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Leading US newspaper slams Egypt’s ‘bogus democracy’

US newspaper the Washington Post published on Tuesday its most scathing editorial yet criticising the recent developments in Egypt. Under the headline “Egypt’s bogus democracy doesn’t deserve US aid,” the editors argue that, “Egypt’s military regime is taking a major step this week toward installing an autocracy more repressive than any the country has known in decades.”


On Tuesday and Wednesday, Egyptians are voting on whether to accept a new constitution drafted by a committee that was appointed by Egypt’s interim authorities following a military coup that deposed Egypt’s first democratically elected government. About 360,000 security personnel have reportedly been dispatched into the streets for the vote, while those Egyptians campaigning to oppose the constitution are being intimidated, arrested, attacked and even killed.

The newspaper notes that, not only is the new constitution flawed in that it “exempts the army, police and intelligence services from civilian control and allows these services to prosecute in military courts anyone they deem threatening,” but also the referendum itself is: “being staged in a climate that makes a fair ballot impossible. Activists who have tried to peacefully campaign for a no vote have been arrested and prosecuted on charges of trying to change the constitution’s ‘principles’. Public demonstrations are banned, and police have killed 27 people and arrested 703 who tried to protest on the past three Fridays, according to Human Rights Watch.”

The editors also criticise the lack of proper electoral oversight, with the “vast majority” of voting monitors being in favour of the coup, and media coverage limited as a result of the military regime’s targeting of opposition media as well as international journalists.

Warning about the future, the editors stress that “Egyptians who vote in the referendum will do so without knowing when the regime will hold the presidential and parliamentary elections it has promised, or which will come first.” Michele Dunne of the Carnegie Endowment for International Peace adds to this warning, saying that Egyptians: “also won’t know the rules for drawing election districts, which in the past have been manipulated by the military to exclude opposition parties, or whether the next executive will retain such powers as the right to appoint provincial governors.”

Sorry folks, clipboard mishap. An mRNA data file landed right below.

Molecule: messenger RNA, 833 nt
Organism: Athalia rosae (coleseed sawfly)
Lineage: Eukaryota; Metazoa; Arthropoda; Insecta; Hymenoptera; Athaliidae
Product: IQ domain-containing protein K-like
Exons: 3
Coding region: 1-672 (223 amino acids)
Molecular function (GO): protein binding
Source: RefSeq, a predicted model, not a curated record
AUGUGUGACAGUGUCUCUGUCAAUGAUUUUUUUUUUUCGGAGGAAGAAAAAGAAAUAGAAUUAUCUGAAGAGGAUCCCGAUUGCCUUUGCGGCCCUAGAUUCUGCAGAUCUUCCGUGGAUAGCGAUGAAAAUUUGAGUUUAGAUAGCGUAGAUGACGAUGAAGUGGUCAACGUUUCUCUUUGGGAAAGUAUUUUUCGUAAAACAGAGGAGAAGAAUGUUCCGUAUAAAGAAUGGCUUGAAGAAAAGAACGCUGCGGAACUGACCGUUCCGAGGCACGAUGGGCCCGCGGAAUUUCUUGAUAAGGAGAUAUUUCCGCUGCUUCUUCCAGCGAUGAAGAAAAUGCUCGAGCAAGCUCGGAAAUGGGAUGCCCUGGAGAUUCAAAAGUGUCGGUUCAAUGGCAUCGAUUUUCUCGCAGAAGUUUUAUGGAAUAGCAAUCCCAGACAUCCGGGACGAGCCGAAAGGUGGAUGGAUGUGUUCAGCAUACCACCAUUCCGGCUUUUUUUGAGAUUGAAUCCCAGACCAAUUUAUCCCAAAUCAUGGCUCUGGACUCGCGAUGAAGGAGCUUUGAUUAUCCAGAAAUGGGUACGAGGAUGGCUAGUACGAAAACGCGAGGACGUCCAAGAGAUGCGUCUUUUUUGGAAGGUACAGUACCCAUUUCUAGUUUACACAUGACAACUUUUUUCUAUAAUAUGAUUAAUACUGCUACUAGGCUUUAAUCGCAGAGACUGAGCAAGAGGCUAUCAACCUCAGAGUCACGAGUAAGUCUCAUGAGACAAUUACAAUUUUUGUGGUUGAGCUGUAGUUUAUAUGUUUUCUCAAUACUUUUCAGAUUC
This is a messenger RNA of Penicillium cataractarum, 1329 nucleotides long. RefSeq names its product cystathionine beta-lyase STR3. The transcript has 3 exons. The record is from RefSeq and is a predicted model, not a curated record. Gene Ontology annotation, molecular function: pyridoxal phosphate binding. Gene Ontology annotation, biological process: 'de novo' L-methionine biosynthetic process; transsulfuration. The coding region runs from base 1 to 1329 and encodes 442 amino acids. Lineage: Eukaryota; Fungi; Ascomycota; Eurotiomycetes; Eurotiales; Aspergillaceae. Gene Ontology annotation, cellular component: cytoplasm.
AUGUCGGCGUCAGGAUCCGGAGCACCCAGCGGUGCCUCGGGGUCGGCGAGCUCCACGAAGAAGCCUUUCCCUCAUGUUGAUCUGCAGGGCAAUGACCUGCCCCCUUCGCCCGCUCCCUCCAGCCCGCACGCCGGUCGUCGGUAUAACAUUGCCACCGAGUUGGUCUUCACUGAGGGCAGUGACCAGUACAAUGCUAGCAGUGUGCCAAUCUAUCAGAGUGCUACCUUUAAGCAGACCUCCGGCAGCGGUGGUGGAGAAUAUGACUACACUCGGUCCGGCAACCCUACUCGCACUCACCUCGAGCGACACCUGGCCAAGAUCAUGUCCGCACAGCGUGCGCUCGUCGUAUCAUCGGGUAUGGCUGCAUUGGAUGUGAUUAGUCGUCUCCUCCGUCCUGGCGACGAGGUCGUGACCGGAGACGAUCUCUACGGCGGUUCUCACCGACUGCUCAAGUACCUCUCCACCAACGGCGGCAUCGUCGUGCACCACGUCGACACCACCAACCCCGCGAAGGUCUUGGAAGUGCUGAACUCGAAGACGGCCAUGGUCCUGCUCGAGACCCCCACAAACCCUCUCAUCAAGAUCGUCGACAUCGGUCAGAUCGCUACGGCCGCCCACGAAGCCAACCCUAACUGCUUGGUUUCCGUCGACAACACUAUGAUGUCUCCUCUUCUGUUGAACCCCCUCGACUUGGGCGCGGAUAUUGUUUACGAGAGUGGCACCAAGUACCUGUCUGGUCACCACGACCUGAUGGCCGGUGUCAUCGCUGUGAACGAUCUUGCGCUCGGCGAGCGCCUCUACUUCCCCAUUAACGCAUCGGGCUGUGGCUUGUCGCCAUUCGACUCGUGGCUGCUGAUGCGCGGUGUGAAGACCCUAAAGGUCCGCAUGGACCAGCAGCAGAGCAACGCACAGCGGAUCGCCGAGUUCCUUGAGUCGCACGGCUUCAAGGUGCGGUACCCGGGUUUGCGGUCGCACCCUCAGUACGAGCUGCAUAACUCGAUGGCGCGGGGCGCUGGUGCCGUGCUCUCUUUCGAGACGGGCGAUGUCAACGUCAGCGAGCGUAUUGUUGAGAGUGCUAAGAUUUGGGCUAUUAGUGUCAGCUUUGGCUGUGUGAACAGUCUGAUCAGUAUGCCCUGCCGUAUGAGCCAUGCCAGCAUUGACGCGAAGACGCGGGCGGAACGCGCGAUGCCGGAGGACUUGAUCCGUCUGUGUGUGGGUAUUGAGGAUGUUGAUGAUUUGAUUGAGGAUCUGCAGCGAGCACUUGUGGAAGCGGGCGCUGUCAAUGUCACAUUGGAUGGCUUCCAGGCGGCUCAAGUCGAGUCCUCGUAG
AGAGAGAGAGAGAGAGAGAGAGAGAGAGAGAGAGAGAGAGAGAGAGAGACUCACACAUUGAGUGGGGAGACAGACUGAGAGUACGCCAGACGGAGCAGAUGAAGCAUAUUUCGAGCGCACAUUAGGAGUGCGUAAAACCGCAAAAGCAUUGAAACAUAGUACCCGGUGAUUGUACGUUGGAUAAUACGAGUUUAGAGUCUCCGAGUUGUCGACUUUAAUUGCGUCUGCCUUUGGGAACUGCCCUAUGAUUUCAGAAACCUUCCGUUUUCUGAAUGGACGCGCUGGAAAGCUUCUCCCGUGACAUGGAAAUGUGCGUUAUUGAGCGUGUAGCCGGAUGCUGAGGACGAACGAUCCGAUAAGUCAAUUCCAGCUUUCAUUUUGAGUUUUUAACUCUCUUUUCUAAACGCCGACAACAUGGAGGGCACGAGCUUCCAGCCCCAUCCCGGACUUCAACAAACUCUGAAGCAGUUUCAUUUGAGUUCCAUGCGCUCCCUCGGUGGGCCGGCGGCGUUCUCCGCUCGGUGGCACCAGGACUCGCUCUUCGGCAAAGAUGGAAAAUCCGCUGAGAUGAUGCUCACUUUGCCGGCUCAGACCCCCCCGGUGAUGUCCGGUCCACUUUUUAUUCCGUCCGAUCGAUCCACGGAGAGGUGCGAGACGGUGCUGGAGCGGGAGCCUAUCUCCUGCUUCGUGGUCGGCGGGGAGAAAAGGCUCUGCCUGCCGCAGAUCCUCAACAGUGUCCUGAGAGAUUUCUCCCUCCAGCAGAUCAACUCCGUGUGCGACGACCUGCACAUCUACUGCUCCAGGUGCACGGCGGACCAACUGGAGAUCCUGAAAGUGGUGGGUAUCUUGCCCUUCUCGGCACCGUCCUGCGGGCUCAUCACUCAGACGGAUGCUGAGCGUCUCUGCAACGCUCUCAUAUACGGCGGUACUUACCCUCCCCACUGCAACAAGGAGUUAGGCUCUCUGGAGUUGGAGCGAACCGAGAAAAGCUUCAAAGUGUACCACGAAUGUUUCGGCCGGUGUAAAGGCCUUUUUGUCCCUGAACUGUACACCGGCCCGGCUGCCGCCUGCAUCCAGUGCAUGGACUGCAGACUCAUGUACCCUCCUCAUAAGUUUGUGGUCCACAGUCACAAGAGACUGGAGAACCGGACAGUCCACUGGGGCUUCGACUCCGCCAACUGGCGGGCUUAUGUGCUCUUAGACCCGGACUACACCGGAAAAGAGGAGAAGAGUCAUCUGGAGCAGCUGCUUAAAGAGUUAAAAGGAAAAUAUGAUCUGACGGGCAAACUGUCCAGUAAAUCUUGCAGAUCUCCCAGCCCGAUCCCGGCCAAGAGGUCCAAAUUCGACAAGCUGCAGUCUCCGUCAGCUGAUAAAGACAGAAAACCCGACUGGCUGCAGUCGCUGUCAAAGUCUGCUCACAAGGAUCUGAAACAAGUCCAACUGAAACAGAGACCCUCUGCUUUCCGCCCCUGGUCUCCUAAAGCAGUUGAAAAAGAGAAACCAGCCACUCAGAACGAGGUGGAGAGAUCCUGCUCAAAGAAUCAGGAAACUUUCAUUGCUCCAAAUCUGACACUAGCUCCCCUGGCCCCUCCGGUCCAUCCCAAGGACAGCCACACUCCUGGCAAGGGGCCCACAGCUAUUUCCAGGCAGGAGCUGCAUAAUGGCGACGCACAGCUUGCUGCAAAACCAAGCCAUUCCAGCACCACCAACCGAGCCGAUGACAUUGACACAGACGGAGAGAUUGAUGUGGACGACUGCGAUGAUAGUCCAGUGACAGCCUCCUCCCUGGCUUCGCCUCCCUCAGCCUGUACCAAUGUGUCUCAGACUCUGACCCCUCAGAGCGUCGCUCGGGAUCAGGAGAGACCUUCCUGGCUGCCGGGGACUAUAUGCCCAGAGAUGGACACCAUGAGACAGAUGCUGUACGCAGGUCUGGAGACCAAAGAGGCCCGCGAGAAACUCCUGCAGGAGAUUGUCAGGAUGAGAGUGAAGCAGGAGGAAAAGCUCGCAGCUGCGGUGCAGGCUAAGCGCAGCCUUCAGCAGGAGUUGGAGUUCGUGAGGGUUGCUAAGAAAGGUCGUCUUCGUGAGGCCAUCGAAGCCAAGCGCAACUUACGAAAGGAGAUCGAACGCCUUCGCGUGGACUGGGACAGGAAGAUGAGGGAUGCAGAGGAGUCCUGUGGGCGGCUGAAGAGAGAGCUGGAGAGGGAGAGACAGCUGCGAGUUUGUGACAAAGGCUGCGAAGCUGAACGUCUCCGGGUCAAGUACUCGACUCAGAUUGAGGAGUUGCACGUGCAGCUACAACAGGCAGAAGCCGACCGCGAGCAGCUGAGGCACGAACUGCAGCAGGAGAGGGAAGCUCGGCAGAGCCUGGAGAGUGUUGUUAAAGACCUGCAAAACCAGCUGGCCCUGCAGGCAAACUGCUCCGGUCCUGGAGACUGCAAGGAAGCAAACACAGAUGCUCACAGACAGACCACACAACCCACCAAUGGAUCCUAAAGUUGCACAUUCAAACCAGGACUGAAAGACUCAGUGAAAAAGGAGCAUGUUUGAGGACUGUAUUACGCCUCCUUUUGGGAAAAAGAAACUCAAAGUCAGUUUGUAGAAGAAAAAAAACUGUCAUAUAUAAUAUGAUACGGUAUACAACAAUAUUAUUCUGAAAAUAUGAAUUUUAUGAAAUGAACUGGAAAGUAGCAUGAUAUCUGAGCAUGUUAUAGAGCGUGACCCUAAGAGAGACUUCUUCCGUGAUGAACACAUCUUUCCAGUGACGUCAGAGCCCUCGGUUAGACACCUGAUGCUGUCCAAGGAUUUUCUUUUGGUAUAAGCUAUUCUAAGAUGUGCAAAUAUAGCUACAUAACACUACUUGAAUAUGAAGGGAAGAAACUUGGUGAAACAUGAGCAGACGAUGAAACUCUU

The editors insist that voting under such conditions qualifies Egypt as a “bogus democracy” and stress that General Abdel Fattah Al-Sisi’s proposed roadmap is “no more than a fig leaf covering the restoration of the pre-2011 regime, [but] in a more malignant form”.

Thus, the editors call upon the Obama administration to oppose proposed legislation currently being discussed in the US Congress that would exempt Egypt from a US law that requires Washington to cut off foreign aid to any country that has undergone a military coup. They warn that: “If President Obama believes the US should sanction a new autocracy in Egypt, he should make the case for doing so. Otherwise his administration should side with those Egyptians who continue to fight for a genuine democracy – starting with those who have been imprisoned.”

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